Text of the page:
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Setup:: Bridge Adjustment

Bridge adjustment is one of the more critical issues for set up on the bass.  Without this critical process, your instrument will be out of tune as you move up the finger board, unless you are playing a fretless bass. 

Before attempting bridge adjustment, you should determine if your neck needs adjustment first.  This is because if you adjust your neck after setting up the bridge and strings, you will likely need to do them all over again.  If your neck is straight on both the high side (G string side) and low side (E string), and there are no problems like excessive string buzzing, then proceed with adjustment of the bridge.

The first priority consideration now is the height of the strings above the finger board.  The strings should be as low as possible for your playing styles, so that the strings do not buzz, unless that is part of the sound that you are looking for, and sometimes it is called for with certain pieces of music.  But generally, you will want or need a clean sound. 

The second consideration  is whether the strings are the correct height above the pickups.  If the strings are too close to the pickups, the magnets in the pickups will dampen the string vibrations and cause odd harmonics to develop when playing the bass.  If the strings are too far from the pickups, the signal will be weak and there will be less midrange and high frequency information going into the pickup.  Thus, there is an optimum distance, and it varies for each pickup design.  Typically, you want your strings about 3/16 inch (4mm) to no more than 7/16 inch (11mm) from the pickup.  Again, this will vary from one instrument to another.  These are merely basic guidelines for the novice.   But remember, pickups can and should be adjusted after getting the strings heights set correctly.

The other consideration here in bridge adjustment, is matching the radius of the finger board.  All bass finger boards have a slight curve, which the bridge needs to match.  Typically, most bass necks have a radius between 7 and 10 inches for this curve.  By matching this adjustment at the bridge, the strings have a more or less uniform distance above the finger board.

Below is a photo providing some good detail information about bridges.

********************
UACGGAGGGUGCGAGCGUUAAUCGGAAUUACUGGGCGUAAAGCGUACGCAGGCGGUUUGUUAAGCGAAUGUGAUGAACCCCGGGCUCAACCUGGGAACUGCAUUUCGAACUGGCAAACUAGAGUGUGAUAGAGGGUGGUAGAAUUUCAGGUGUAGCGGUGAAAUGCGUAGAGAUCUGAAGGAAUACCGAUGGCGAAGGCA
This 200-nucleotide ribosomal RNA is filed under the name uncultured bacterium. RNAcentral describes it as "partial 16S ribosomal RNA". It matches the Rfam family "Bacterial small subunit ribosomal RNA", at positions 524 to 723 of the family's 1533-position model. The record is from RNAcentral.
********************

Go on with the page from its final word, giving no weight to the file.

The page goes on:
When adjusting the bridge, I would recommend setting the string heights by adjusting the saddle adjustment screws.  Remember to match the radius of the neck when setting the string heights.  Be sure to have the strings tuned and be using the string set of your preference, when doing these adjustments.  You may need to raise the lower strings higher than the others when doing this setup.  After adjusting a particular string, play the string as you normally would, playing all of the notes on the finger board, and see if it sounds good, and does not buzz against the frets.  If the action feels comfortable and playable, then move on to the next string and repeat this process.  Once all of your strings are set at the best height, then you need to adjust the string length for correct intonation.  If this is not done, your bass will be out of tune as you move up the finger board. 

First tune the instrument. Now lets test the G string.  Start by playing the harmonic on the 12th fret of the G string (this is done by lightly pressing on the string exactly above the fret, but do not press the string against the fret board.)  Then play the same note, only normally pressing against the fret board.  These two notes should be exactly the same.  If the normally pressed note is lower than the harmonically played note, the string length is too long and needs to be shorted.  If the normally pressed note is higher sounding than the harmonically played note, the string length is too short and needs to be lengthened. Adjust the string length screw at the bridge, and repeat the test until the harmonic matches the normally played note.  Then repeat this process for the other strings.

Now that you have your string lengths adjusted for the 12th note harmonic, do the same test and adjustment for the 19th fret harmonic.  You may need to compromise your adjustment between the 12th fret harmonic and the 19th.  If you have a severe problem, you may have your string height set too high for the bass.  A lower string height will have less tension variance between these notes, and will be easier to set up.  You may have to experiment with different strings.  And remember, that when you change your strings, especially to a different gauge or manufacturer or type, you will need to repeat many, if not all of the set up procedures listed here. 

 

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